Labour’s housing pledge is right about overseas investors

A three percentage point increase in stamp duty may not be the most effective way to address the problem, but Labour’s new proposal is a step in the right direction

Housing new


Ed Miliband’s housing pledge includes a bold new policy aimed at reducing overseas demand for UK housing. This is not a new issue, but until now little had been done to address it.

Britain is not building enough homes to keep up with demand, and those that are being built are often part of large housing developments priced towards the top end of the market. Rather than easing the housing problem, these new developments make the affordability crisis more severe.

They usually attract overseas investors, some of whom can scoop flats off plan by the dozen, and their presence in the market helps enhance London real estate’s reputation as a desirable asset class, not much different from government bonds and company shares. This in turn attracts even more investors, and since they generally have deeper pockets than the locals, they push up property prices.

This has two knock-on effects. The first is that more and more local buyers are priced out of the property market, and since they need a place to live, they become renters. These ‘nearly homeowners’ are relatively wealthy and can afford to pay more in rent, and the new flats need to command rents that are higher than average, and so rental prices are pushed up throughout the area, affecting those who live in rented accommodation.

The second is that rises in property prices make an increasing number of potential buyers conclude that they will never get on the property ladder. This means that there is no point in saving up for a deposit, and frees up more money to spend on rent. After all, people might be willing to slum it for a few years in order to save for a deposit to buy their own home, but they might as well splurge on rent when that is not an option. This adds an additional upward pressure on rental prices.

Government policies to address affordability must both increase supply and decrease demand. But so far the government has focused on increasing demand through policies like Help to Buy, which benefit a small minority at the expense of making the affordability problem more severe.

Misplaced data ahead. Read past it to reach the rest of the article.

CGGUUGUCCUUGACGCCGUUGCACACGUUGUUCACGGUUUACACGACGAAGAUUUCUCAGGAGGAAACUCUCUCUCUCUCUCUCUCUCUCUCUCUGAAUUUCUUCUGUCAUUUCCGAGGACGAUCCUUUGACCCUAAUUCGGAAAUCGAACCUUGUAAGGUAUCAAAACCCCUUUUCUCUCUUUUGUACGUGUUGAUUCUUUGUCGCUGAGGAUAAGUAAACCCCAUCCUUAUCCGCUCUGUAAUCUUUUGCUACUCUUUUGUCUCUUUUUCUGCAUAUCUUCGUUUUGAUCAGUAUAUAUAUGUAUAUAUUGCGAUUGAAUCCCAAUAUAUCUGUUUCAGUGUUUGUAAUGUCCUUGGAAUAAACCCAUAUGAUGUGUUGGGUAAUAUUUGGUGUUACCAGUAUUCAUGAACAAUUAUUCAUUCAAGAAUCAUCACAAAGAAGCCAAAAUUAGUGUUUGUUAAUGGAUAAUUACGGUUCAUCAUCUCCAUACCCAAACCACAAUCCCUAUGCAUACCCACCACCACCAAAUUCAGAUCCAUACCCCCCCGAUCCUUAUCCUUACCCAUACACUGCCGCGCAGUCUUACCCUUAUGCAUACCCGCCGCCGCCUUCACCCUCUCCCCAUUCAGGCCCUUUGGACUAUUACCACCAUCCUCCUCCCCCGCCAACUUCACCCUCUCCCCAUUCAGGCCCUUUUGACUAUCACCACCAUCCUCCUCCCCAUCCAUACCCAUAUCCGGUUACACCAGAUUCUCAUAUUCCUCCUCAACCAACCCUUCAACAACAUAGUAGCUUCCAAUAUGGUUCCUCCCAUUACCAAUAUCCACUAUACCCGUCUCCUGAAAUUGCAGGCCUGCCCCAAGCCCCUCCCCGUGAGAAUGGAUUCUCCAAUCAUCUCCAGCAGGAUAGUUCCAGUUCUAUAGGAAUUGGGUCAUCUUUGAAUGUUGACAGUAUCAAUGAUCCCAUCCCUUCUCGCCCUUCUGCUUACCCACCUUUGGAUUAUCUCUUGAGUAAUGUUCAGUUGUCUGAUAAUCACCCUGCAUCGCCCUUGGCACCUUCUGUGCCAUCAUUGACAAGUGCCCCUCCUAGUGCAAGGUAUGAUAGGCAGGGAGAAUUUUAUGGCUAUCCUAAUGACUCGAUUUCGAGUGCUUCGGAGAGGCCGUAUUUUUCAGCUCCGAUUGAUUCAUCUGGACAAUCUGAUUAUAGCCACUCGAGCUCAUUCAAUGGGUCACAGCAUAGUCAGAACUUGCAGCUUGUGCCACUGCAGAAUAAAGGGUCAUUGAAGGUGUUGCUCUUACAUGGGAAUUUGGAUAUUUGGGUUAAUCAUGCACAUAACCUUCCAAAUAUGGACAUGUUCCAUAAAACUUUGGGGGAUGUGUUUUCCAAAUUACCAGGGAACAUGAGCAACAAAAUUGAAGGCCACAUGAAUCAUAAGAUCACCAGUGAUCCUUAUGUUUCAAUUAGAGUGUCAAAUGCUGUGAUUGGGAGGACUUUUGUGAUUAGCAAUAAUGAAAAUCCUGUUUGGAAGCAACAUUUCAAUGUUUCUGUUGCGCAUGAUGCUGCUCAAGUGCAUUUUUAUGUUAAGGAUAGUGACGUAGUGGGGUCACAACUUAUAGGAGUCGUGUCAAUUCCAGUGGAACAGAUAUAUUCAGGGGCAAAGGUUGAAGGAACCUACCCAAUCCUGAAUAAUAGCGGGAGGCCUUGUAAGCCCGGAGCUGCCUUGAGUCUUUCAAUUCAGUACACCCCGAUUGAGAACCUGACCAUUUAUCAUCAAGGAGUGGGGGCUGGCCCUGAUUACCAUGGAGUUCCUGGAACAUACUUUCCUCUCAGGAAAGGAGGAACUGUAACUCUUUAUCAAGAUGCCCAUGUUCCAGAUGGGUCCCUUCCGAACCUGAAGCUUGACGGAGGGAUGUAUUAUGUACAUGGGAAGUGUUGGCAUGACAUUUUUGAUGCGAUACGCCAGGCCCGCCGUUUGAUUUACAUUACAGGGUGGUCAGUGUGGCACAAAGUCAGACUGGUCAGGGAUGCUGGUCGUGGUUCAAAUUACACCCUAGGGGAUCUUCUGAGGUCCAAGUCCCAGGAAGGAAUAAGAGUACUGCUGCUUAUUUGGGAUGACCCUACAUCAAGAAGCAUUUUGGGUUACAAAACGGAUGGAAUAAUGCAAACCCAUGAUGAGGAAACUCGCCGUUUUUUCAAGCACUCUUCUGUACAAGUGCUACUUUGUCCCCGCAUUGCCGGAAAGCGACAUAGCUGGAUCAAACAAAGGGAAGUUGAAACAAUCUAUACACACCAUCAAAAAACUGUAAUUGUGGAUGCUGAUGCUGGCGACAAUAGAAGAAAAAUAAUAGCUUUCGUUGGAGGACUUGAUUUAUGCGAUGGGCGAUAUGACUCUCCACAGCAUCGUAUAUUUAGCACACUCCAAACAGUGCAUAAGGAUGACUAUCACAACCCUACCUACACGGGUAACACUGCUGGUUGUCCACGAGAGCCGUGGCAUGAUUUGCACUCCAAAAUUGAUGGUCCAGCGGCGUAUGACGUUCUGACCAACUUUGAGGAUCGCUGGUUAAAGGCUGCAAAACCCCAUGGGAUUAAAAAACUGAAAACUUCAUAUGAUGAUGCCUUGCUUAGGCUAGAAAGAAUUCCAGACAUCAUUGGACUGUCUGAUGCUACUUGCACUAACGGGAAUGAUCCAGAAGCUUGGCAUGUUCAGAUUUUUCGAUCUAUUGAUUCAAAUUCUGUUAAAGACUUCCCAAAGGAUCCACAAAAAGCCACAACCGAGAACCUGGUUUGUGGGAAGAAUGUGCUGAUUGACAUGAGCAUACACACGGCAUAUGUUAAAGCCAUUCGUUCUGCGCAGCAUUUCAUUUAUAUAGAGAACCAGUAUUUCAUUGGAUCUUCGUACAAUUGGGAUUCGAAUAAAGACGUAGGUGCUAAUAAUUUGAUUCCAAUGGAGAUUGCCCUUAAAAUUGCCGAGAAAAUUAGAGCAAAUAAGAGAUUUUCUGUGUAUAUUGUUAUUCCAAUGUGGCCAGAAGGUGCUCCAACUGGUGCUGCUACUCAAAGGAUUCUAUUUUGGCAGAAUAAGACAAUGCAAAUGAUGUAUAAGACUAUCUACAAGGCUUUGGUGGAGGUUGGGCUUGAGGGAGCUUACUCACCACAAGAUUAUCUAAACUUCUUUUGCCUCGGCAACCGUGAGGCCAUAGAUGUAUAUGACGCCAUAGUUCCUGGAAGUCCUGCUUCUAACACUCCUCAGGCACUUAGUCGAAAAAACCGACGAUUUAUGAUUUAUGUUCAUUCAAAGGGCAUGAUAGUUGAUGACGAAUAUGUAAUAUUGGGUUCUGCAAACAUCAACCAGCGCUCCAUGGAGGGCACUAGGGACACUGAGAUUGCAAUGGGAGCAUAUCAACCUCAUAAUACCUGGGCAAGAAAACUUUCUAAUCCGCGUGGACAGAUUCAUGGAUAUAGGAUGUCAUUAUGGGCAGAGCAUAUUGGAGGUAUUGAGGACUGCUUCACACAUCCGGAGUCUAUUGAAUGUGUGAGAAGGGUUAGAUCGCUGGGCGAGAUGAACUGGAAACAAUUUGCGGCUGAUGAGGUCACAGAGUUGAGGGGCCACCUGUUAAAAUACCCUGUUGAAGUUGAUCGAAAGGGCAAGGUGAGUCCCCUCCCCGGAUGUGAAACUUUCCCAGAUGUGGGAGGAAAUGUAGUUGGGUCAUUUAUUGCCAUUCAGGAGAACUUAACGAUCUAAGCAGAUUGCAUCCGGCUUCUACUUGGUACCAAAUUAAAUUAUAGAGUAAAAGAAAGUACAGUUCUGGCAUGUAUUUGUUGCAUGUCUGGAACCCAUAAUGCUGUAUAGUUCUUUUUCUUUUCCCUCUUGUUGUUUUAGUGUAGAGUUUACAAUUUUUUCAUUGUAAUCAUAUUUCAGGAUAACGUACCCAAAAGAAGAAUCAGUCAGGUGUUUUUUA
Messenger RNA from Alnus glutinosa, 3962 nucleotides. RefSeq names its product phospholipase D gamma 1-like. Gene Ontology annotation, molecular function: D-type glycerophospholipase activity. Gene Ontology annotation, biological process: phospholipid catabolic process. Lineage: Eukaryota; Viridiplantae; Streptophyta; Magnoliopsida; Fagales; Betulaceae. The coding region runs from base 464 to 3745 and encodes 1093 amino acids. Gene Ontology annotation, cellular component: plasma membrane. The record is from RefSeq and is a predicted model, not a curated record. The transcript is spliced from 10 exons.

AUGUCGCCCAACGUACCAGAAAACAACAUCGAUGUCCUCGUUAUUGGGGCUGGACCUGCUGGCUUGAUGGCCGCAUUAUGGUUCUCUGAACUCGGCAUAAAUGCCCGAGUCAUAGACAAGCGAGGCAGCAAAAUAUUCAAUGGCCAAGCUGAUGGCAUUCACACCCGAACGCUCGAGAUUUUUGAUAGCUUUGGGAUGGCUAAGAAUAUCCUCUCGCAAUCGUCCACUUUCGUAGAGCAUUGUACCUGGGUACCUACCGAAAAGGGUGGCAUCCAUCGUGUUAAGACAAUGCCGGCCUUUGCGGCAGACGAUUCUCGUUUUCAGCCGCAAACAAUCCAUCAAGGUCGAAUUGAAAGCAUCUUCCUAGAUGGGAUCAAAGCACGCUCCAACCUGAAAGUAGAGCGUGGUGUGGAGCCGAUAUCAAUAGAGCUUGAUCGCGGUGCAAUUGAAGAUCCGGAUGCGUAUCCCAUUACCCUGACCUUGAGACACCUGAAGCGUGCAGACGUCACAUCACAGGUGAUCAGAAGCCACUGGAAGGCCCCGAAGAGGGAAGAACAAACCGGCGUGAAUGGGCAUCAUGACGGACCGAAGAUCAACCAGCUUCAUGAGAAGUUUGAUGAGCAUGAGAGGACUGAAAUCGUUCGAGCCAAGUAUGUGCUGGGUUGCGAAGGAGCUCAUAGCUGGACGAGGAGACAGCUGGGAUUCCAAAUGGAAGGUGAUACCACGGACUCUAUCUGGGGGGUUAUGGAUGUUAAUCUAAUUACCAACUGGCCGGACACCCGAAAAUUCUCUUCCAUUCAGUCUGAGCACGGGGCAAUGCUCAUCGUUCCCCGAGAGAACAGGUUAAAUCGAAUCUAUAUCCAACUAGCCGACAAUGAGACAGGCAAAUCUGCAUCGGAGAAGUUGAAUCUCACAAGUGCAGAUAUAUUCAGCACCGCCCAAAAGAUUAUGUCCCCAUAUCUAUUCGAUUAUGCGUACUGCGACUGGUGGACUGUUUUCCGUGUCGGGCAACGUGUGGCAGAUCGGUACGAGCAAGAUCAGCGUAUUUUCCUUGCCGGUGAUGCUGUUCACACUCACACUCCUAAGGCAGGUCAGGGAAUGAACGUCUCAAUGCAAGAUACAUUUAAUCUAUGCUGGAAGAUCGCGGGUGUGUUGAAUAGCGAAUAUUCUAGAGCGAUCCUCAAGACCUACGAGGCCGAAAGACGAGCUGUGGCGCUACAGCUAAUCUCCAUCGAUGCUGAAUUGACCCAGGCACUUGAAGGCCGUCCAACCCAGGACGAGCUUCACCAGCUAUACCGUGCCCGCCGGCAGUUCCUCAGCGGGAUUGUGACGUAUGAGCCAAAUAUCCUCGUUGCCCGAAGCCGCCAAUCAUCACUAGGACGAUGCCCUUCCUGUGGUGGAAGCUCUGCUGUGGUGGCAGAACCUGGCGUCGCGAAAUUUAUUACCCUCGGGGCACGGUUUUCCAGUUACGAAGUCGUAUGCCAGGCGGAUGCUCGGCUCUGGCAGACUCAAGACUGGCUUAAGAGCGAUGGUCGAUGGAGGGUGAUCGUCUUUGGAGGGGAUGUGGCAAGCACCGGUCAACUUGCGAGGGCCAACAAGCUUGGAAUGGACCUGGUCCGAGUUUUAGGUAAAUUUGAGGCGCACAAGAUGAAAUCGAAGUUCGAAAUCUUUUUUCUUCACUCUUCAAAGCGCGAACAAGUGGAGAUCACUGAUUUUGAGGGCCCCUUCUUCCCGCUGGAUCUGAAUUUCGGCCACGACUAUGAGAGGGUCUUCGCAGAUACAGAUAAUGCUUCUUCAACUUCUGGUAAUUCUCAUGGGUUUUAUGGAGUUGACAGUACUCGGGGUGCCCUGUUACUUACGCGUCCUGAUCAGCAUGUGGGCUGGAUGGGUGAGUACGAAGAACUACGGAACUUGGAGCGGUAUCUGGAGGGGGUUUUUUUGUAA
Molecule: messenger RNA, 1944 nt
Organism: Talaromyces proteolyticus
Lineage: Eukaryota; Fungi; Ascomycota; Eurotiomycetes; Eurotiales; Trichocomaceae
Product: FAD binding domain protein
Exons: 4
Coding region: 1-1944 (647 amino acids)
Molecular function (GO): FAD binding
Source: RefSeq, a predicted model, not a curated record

Instead, the government needs to restrict demand from those who are not buying property to occupy it or as a long-term investment, as this will help ease the pressure on property prices and rents.

Although a three percentage point increase in stamp duty may not be the most effective way to address the problem, Labour’s new proposal is a step in the right direction. Rent increases will not slow down and we will not have a nation of homeowners until property stops being developed and marketed as a financial asset, and is instead built for those who are looking for a place to call home.

Gabriel Leon is a political economist and lecturer at King’s College London. Follow him on Twitter

3 Responses to “Labour’s housing pledge is right about overseas investors”

  1. Robert

    If it was so good why not two or three years ago why now, which one of the spin doctors came up with this gem, just before an election. People no longer trust politicians and these gifts to get voters may work for the middle class labour seem to chase, but the working class on the min wage will not be rushing out to buy homes they cannot afford, labour are now more then ever middle class.

  2. Anthony Sperryn

    The market in housing is not good, amongst other reasons, because transaction costs are so high. There must be lots of underutilised property at the top end, which might be released if transaction costs were lower. The proposed mansion tax may start to sort that problem out, but, perhaps, it ought to be accompanied by reductions in stamp duty across the board. The revenue implications need not be too bad, though, obviously, pre-empting the proceeds of a mansion tax to pay for more nurses may make the calculation more of a guess.

  3. Leon Wolfeson

    Or, empty housing could be subject to a yearly value tax.
    That’d sort that problem out fast.

    (Empty brownfield land too, and ramp it up with years left without utilisation)

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